The Need for More Awareness

By Kendra Deike, DPC Patient Ambassador
July 14, 2014
 

As a dialysis patient of 26 years it is hard for me to imagine that the public in general doesn't know what dialysis is and that is not what bothers me.  In my opinion what bothers me is that people are not concerned enough about others to ask about it.  As a society we are so caught up on our own life that we take for granted how good we have it.  I am not writing this to get sympathy because I am the last person who wants that.  I writing to bring awareness to the kidney community and get the word out that people on dialysis are real people and this is a real issue that needs to be addressed. 

There are 400,000 (DPC, 2014) dialysis patients across the country.  Hemodialysis is a process that takes 3-4 hours every other day.  It takes the place of the human kidneys when they are not functioning properly.  Although dialysis maybe the only option for some patients it does not take place of the kidney as it is only working for 3-4 hours as opposed to the kidneys which function 24 hours a day 7 days a week.  Dialysis is not a cure for kidney disease and the best option is to get a kidney transplant but that is not always an option due to other health issues, shortage of organs, or rejection of the kidney.  You are never truly cured of kidney disease and if you don't get a transplant, dialysis is the only option to keep you alive.  You can't miss a treatment as it could be costly to your health, as the toxins/fluid will build up in your body, causing major health issues.  Dialysis can make you very tired and lack of energy.  People need to be aware of what dialysis patients go through and be understanding and considerate of the struggles of patients.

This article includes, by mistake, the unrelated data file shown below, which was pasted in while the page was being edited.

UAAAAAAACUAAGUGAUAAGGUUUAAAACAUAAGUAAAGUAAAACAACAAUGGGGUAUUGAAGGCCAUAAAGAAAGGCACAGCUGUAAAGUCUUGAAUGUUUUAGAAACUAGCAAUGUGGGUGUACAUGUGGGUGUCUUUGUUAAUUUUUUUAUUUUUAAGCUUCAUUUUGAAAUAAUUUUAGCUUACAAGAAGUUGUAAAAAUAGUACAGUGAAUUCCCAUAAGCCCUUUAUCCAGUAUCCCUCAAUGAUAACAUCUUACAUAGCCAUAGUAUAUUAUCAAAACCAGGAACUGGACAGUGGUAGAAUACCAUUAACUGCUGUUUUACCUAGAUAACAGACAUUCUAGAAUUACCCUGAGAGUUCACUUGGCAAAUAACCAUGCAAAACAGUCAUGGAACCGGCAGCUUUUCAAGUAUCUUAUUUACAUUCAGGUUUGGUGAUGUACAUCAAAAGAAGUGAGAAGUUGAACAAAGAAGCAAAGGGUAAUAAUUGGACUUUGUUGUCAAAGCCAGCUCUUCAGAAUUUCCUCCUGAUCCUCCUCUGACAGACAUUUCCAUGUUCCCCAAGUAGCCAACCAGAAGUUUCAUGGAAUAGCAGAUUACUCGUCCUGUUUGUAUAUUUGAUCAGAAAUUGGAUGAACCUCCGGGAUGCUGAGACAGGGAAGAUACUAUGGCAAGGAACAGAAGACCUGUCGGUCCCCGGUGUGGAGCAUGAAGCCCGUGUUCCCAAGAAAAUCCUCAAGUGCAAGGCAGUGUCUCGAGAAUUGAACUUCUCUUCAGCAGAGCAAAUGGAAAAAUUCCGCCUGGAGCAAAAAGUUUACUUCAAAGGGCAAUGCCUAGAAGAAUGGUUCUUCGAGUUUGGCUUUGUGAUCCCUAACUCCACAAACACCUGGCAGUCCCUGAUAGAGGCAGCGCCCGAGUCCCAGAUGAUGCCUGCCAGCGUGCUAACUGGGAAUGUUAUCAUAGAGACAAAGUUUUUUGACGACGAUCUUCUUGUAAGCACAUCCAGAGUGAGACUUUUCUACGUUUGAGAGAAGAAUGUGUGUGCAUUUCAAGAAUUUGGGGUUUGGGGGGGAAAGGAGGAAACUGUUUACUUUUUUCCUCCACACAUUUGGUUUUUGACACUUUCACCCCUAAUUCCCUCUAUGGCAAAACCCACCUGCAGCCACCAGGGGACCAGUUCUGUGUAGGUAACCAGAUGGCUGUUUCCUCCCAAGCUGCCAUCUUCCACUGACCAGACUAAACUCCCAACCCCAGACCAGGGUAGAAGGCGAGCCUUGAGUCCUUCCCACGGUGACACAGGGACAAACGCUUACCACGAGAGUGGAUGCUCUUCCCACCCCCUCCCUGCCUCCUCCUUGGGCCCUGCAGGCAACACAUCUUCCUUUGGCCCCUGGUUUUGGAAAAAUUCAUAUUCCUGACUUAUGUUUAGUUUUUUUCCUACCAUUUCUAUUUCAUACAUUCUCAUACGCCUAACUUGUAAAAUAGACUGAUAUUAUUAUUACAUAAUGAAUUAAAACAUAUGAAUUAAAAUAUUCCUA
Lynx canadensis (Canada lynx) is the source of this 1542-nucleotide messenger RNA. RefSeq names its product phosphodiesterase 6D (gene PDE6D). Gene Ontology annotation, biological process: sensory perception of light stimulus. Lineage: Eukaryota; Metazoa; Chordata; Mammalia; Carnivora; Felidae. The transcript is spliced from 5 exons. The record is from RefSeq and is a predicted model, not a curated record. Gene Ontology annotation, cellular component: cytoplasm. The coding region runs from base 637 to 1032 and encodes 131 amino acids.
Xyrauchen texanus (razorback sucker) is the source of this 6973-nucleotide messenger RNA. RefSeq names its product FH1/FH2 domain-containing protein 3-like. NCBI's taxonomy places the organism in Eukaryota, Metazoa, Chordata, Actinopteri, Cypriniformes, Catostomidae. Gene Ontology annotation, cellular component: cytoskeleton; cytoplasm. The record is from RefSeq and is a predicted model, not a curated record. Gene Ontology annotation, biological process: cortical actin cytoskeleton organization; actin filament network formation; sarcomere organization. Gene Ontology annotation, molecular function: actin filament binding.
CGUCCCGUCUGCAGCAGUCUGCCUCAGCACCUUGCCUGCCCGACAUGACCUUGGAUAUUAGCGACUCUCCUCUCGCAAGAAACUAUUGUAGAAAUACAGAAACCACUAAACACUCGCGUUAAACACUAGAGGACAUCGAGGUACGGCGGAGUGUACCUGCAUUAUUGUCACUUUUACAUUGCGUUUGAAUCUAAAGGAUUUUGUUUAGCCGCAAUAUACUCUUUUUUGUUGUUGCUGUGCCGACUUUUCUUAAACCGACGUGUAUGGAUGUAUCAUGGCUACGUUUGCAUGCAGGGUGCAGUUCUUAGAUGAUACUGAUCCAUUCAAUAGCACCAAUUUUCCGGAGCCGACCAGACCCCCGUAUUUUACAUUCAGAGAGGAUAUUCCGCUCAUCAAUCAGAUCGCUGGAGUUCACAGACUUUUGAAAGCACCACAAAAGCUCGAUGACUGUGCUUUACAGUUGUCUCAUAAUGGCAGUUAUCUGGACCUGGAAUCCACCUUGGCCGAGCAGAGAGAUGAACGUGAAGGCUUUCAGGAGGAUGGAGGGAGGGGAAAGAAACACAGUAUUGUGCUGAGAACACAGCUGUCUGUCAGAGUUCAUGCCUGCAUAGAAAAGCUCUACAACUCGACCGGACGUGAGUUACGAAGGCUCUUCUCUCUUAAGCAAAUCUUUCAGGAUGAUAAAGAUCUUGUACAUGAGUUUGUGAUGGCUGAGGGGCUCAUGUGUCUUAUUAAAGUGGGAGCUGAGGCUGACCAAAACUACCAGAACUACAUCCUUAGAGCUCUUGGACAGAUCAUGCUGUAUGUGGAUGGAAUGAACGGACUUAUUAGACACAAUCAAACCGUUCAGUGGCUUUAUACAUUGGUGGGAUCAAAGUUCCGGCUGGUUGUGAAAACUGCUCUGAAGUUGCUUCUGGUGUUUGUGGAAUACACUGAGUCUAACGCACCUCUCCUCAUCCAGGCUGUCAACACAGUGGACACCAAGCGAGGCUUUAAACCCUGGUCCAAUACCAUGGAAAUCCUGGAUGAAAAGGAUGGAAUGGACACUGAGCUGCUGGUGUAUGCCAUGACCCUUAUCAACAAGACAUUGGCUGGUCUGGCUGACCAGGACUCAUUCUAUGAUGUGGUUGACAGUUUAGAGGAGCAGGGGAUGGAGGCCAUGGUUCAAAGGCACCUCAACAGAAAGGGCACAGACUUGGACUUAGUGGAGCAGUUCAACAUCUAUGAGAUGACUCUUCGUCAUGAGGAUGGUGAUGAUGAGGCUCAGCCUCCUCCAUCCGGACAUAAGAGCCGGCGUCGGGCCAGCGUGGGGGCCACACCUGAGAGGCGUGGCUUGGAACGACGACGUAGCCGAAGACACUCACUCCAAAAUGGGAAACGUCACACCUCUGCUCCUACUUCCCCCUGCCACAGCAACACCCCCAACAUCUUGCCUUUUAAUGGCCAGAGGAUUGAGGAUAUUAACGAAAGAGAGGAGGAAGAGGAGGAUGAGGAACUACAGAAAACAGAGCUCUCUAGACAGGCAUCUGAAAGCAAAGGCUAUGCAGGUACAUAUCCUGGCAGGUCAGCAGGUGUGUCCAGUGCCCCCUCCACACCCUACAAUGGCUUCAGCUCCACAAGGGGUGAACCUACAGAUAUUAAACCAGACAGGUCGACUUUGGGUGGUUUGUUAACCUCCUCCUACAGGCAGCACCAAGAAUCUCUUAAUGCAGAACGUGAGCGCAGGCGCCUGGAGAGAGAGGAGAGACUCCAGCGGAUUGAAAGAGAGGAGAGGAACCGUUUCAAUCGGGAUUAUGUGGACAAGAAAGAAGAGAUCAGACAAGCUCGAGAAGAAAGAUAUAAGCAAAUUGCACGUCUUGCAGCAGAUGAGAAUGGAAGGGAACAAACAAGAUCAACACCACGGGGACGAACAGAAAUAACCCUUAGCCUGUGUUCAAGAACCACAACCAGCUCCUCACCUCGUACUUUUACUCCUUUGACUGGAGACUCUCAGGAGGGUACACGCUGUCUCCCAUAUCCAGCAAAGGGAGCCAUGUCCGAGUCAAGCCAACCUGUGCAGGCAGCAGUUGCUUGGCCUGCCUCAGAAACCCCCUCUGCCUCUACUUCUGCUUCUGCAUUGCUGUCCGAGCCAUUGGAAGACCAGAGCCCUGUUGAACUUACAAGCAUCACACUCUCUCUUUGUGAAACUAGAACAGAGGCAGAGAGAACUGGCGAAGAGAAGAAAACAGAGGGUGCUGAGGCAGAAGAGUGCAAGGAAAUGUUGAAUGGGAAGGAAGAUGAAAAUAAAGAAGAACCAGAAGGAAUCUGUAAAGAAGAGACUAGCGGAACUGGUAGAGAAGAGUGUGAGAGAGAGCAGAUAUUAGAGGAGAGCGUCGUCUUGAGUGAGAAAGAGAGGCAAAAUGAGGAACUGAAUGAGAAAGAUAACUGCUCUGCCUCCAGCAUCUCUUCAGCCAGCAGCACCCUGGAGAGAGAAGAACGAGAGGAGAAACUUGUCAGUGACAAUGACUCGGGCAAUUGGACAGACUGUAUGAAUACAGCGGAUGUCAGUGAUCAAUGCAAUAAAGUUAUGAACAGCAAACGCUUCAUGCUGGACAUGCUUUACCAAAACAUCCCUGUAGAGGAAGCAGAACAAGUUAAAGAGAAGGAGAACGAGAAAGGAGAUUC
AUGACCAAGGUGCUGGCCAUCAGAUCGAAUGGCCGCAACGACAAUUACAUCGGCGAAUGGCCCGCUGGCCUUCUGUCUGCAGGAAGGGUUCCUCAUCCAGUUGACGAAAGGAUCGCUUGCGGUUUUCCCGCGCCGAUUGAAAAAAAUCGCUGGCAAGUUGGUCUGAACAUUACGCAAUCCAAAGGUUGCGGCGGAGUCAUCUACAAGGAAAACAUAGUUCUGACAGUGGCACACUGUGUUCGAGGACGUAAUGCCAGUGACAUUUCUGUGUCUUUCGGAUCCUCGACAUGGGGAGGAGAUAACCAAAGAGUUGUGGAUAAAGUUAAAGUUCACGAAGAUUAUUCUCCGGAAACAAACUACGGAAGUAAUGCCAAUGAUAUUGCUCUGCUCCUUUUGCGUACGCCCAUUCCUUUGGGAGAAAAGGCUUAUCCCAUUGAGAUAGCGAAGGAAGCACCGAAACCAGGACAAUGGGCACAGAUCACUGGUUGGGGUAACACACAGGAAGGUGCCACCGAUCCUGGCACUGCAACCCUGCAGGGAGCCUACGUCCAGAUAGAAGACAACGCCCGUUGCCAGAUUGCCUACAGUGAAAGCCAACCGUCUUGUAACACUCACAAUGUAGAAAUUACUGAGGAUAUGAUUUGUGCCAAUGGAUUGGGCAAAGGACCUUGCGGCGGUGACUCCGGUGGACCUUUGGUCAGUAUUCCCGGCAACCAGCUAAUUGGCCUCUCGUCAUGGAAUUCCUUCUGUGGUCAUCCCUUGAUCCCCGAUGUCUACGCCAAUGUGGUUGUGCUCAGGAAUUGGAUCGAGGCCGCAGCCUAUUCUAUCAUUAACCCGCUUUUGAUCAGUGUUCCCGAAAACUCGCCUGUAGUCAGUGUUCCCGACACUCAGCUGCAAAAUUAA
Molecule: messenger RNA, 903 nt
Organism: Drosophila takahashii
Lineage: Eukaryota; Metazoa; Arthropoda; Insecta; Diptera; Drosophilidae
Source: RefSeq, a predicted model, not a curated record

I believe one a huge issue of dialysis patients is the lack of time to work and feel like working.  It is hard as a dialysis to work when you have limited hours to work at certain careers as well as not feeling well enough to work.  I have always wanted to work and tried to keep working but is a difficult task.  I believe some employers don't want to work with you and find ways around hiring, but I have also worked where my employer has been very good about my situation.  We just need to get the word out that dialysis does not define us.  It is a part of our life not our whole life and we can still be very productive.  I have learned that I need to keep setting goals and never give up on success.  We can achieve anything we set out to do.  

Kendra maintains her own blog which you can find here to read more.

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